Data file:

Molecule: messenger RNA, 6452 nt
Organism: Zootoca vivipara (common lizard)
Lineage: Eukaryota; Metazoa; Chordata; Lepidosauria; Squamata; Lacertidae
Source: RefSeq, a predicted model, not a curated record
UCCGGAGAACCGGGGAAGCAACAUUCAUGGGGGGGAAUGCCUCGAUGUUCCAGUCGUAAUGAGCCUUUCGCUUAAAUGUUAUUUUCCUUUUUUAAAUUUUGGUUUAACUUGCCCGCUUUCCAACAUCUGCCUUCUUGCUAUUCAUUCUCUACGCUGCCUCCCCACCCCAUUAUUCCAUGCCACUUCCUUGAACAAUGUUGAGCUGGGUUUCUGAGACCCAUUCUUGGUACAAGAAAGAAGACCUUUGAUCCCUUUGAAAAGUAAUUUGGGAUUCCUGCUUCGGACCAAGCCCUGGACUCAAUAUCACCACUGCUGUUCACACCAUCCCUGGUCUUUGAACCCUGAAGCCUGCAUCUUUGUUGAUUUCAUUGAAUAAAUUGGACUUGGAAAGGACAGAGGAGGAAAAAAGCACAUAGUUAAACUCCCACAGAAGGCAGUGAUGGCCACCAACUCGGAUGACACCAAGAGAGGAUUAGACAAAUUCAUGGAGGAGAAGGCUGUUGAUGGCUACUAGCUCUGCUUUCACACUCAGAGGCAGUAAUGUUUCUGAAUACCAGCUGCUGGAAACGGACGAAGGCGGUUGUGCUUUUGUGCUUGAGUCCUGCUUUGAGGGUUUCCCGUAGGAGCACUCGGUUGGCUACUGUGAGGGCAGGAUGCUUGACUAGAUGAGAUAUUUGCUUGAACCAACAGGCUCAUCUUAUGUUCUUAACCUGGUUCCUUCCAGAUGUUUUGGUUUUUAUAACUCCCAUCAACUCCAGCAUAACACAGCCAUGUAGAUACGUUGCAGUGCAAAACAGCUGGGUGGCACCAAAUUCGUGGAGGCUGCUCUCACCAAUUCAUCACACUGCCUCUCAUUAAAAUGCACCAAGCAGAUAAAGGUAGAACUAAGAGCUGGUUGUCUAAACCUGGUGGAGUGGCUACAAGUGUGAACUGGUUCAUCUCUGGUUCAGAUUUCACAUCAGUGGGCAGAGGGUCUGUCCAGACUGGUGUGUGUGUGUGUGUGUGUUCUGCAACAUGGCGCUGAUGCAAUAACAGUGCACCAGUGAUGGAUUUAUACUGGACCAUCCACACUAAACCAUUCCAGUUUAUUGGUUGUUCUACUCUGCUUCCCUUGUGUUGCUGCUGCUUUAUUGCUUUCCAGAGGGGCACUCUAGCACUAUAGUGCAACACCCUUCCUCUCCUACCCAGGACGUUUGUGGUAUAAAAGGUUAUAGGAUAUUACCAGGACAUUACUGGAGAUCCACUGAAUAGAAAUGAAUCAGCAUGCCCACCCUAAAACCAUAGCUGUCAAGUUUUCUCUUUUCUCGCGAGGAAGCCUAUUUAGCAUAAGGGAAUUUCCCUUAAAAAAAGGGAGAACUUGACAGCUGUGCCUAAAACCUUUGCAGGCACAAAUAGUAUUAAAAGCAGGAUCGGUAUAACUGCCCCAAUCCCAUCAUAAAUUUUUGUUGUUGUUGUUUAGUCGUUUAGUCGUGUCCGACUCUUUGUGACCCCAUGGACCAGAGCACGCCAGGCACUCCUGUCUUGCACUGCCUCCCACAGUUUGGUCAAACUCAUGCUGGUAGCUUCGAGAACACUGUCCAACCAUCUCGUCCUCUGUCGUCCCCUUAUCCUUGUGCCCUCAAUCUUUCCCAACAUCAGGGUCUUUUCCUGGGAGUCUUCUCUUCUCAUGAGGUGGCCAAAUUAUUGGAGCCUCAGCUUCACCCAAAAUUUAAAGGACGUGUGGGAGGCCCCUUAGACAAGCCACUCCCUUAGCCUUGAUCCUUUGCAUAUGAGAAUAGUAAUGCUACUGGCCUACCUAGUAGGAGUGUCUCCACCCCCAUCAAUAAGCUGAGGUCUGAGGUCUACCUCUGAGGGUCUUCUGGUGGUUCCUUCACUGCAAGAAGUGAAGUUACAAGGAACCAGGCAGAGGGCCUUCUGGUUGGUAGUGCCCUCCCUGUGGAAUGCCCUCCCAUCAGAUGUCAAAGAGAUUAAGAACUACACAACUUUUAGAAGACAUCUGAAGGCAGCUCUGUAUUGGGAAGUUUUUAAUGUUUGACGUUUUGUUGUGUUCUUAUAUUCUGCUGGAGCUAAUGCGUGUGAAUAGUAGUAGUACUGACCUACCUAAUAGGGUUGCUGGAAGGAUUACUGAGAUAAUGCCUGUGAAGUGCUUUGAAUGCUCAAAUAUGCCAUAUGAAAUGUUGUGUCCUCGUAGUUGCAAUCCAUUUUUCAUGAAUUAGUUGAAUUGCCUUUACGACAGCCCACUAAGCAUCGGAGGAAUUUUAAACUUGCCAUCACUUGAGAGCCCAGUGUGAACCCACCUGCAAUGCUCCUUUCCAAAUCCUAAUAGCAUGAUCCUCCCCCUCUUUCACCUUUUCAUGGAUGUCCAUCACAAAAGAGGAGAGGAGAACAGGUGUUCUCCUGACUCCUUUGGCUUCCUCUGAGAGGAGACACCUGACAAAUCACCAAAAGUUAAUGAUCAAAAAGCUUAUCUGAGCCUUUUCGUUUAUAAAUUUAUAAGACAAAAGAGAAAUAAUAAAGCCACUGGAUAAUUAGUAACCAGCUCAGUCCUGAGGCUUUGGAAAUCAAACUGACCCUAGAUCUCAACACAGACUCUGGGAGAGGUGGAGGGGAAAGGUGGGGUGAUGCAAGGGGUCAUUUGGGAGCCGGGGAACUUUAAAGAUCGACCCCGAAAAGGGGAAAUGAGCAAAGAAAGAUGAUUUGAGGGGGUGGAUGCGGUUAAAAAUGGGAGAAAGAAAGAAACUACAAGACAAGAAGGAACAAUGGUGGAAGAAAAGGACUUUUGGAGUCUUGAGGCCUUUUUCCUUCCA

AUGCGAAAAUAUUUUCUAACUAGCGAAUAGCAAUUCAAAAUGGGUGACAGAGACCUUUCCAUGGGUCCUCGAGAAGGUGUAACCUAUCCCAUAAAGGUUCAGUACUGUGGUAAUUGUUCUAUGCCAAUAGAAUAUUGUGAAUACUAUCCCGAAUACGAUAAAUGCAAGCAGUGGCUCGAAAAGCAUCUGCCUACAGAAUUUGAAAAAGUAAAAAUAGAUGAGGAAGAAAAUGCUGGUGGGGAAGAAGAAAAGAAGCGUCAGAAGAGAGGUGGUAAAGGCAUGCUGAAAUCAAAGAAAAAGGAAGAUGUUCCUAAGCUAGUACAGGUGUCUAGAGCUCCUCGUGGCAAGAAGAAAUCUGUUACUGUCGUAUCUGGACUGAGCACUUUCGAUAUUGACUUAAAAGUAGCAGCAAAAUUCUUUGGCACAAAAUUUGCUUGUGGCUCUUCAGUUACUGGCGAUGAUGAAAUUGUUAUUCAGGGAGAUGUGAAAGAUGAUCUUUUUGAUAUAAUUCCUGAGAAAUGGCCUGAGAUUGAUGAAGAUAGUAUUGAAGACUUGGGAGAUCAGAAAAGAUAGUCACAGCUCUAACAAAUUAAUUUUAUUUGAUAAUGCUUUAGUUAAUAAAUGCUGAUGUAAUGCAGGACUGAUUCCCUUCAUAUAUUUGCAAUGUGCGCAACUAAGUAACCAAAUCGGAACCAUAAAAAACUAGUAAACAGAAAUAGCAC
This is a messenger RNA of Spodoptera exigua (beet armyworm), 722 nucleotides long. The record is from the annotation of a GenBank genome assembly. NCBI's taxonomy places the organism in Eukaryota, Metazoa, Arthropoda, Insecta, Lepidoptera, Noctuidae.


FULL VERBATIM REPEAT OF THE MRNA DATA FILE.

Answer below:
Molecule: messenger RNA, 6452 nt
Organism: Zootoca vivipara (common lizard)
Lineage: Eukaryota; Metazoa; Chordata; Lepidosauria; Squamata; Lacertidae
Source: RefSeq, a predicted model, not a curated record
UCCGGAGAACCGGGGAAGCAACAUUCAUGGGGGGGAAUGCCUCGAUGUUCCAGUCGUAAUGAGCCUUUCGCUUAAAUGUUAUUUUCCUUUUUUAAAUUUUGGUUUAACUUGCCCGCUUUCCAACAUCUGCCUUCUUGCUAUUCAUUCUCUACGCUGCCUCCCCACCCCAUUAUUCCAUGCCACUUCCUUGAACAAUGUUGAGCUGGGUUUCUGAGACCCAUUCUUGGUACAAGAAAGAAGACCUUUGAUCCCUUUGAAAAGUAAUUUGGGAUUCCUGCUUCGGACCAAGCCCUGGACUCAAUAUCACCACUGCUGUUCACACCAUCCCUGGUCUUUGAACCCUGAAGCCUGCAUCUUUGUUGAUUUCAUUGAAUAAAUUGGACUUGGAAAGGACAGAGGAGGAAAAAAGCACAUAGUUAAACUCCCACAGAAGGCAGUGAUGGCCACCAACUCGGAUGACACCAAGAGAGGAUUAGACAAAUUCAUGGAGGAGAAGGCUGUUGAUGGCUACUAGCUCUGCUUUCACACUCAGAGGCAGUAAUGUUUCUGAAUACCAGCUGCUGGAAACGGACGAAGGCGGUUGUGCUUUUGUGCUUGAGUCCUGCUUUGAGGGUUUCCCGUAGGAGCACUCGGUUGGCUACUGUGAGGGCAGGAUGCUUGACUAGAUGAGAUAUUUGCUUGAACCAACAGGCUCAUCUUAUGUUCUUAACCUGGUUCCUUCCAGAUGUUUUGGUUUUUAUAACUCCCAUCAACUCCAGCAUAACACAGCCAUGUAGAUACGUUGCAGUGCAAAACAGCUGGGUGGCACCAAAUUCGUGGAGGCUGCUCUCACCAAUUCAUCACACUGCCUCUCAUUAAAAUGCACCAAGCAGAUAAAGGUAGAACUAAGAGCUGGUUGUCUAAACCUGGUGGAGUGGCUACAAGUGUGAACUGGUUCAUCUCUGGUUCAGAUUUCACAUCAGUGGGCAGAGGGUCUGUCCAGACUGGUGUGUGUGUGUGUGUGUGUUCUGCAACAUGGCGCUGAUGCAAUAACAGUGCACCAGUGAUGGAUUUAUACUGGACCAUCCACACUAAACCAUUCCAGUUUAUUGGUUGUUCUACUCUGCUUCCCUUGUGUUGCUGCUGCUUUAUUGCUUUCCAGAGGGGCACUCUAGCACUAUAGUGCAACACCCUUCCUCUCCUACCCAGGACGUUUGUGGUAUAAAAGGUUAUAGGAUAUUACCAGGACAUUACUGGAGAUCCACUGAAUAGAAAUGAAUCAGCAUGCCCACCCUAAAACCAUAGCUGUCAAGUUUUCUCUUUUCUCGCGAGGAAGCCUAUUUAGCAUAAGGGAAUUUCCCUUAAAAAAAGGGAGAACUUGACAGCUGUGCCUAAAACCUUUGCAGGCACAAAUAGUAUUAAAAGCAGGAUCGGUAUAACUGCCCCAAUCCCAUCAUAAAUUUUUGUUGUUGUUGUUUAGUCGUUUAGUCGUGUCCGACUCUUUGUGACCCCAUGGACCAGAGCACGCCAGGCACUCCUGUCUUGCACUGCCUCCCACAGUUUGGUCAAACUCAUGCUGGUAGCUUCGAGAACACUGUCCAACCAUCUCGUCCUCUGUCGUCCCCUUAUCCUUGUGCCCUCAAUCUUUCCCAACAUCAGGGUCUUUUCCUGGGAGUCUUCUCUUCUCAUGAGGUGGCCAAAUUAUUGGAGCCUCAGCUUCACCCAAAAUUUAAAGGACGUGUGGGAGGCCCCUUAGACAAGCCACUCCCUUAGCCUUGAUCCUUUGCAUAUGAGAAUAGUAAUGCUACUGGCCUACCUAGUAGGAGUGUCUCCACCCCCAUCAAUAAGCUGAGGUCUGAGGUCUACCUCUGAGGGUCUUCUGGUGGUUCCUUCACUGCAAGAAGUGAAGUUACAAGGAACCAGGCAGAGGGCCUUCUGGUUGGUAGUGCCCUCCCUGUGGAAUGCCCUCCCAUCAGAUGUCAAAGAGAUUAAGAACUACACAACUUUUAGAAGACAUCUGAAGGCAGCUCUGUAUUGGGAAGUUUUUAAUGUUUGACGUUUUGUUGUGUUCUUAUAUUCUGCUGGAGCUAAUGCGUGUGAAUAGUAGUAGUACUGACCUACCUAAUAGGGUUGCUGGAAGGAUUACUGAGAUAAUGCCUGUGAAGUGCUUUGAAUGCUCAAAUAUGCCAUAUGAAAUGUUGUGUCCUCGUAGUUGCAAUCCAUUUUUCAUGAAUUAGUUGAAUUGCCUUUACGACAGCCCACUAAGCAUCGGAGGAAUUUUAAACUUGCCAUCACUUGAGAGCCCAGUGUGAACCCACCUGCAAUGCUCCUUUCCAAAUCCUAAUAGCAUGAUCCUCCCCCUCUUUCACCUUUUCAUGGAUGUCCAUCACAAAAGAGGAGAGGAGAACAGGUGUUCUCCUGACUCCUUUGGCUUCCUCUGAGAGGAGACACCUGACAAAUCACCAAAAGUUAAUGAUCAAAAAGCUUAUCUGAGCCUUUUCGUUUAUAAAUUUAUAAGACAAAAGAGAAAUAAUAAAGCCACUGGAUAAUUAGUAACCAGCUCAGUCCUGAGGCUUUGGAAAUCAAACUGACCCUAGAUCUCAACACAGACUCUGGGAGAGGUGGAGGGGAAAGGUGGGGUGAUGCAAGGGGUCAUUUGGGAGCCGGGGAACUUUAAAGAUCGACCCCGAAAAGGGGAAAUGAGCAAAGAAAGAUGAUUUGAGGGGGUGGAUGCGGUUAAAAAUGGGAGAAAGAAAGAAACUACAAGACAAGAAGGAACAAUGGUGGAAGAAAAGGACUUUUGGAGUCUUGAGGCCUUUUUCCUUCCA

AUGCGAAAAUAUUUUCUAACUAGCGAAUAGCAAUUCAAAAUGGGUGACAGAGACCUUUCCAUGGGUCCUCGAGAAGGUGUAACCUAUCCCAUAAAGGUUCAGUACUGUGGUAAUUGUUCUAUGCCAAUAGAAUAUUGUGAAUACUAUCCCGAAUACGAUAAAUGCAAGCAGUGGCUCGAAAAGCAUCUGCCUACAGAAUUUGAAAAAGUAAAAAUAGAUGAGGAAGAAAAUGCUGGUGGGGAAGAAGAAAAGAAGCGUCAGAAGAGAGGUGGUAAAGGCAUGCUGAAAUCAAAGAAAAAGGAAGAUGUUCCUAAGCUAGUACAGGUGUCUAGAGCUCCUCGUGGCAAGAAGAAAUCUGUUACUGUCGUAUCUGGACUGAGCACUUUCGAUAUUGACUUAAAAGUAGCAGCAAAAUUCUUUGGCACAAAAUUUGCUUGUGGCUCUUCAGUUACUGGCGAUGAUGAAAUUGUUAUUCAGGGAGAUGUGAAAGAUGAUCUUUUUGAUAUAAUUCCUGAGAAAUGGCCUGAGAUUGAUGAAGAUAGUAUUGAAGACUUGGGAGAUCAGAAAAGAUAGUCACAGCUCUAACAAAUUAAUUUUAUUUGAUAAUGCUUUAGUUAAUAAAUGCUGAUGUAAUGCAGGACUGAUUCCCUUCAUAUAUUUGCAAUGUGCGCAACUAAGUAACCAAAUCGGAACCAUAAAAAACUAGUAAACAGAAAUAGCAC
This is a messenger RNA of Spodoptera exigua (beet armyworm), 722 nucleotides long. The record is from the annotation of a GenBank genome assembly. NCBI's taxonomy places the organism in Eukaryota, Metazoa, Arthropoda, Insecta, Lepidoptera, Noctuidae.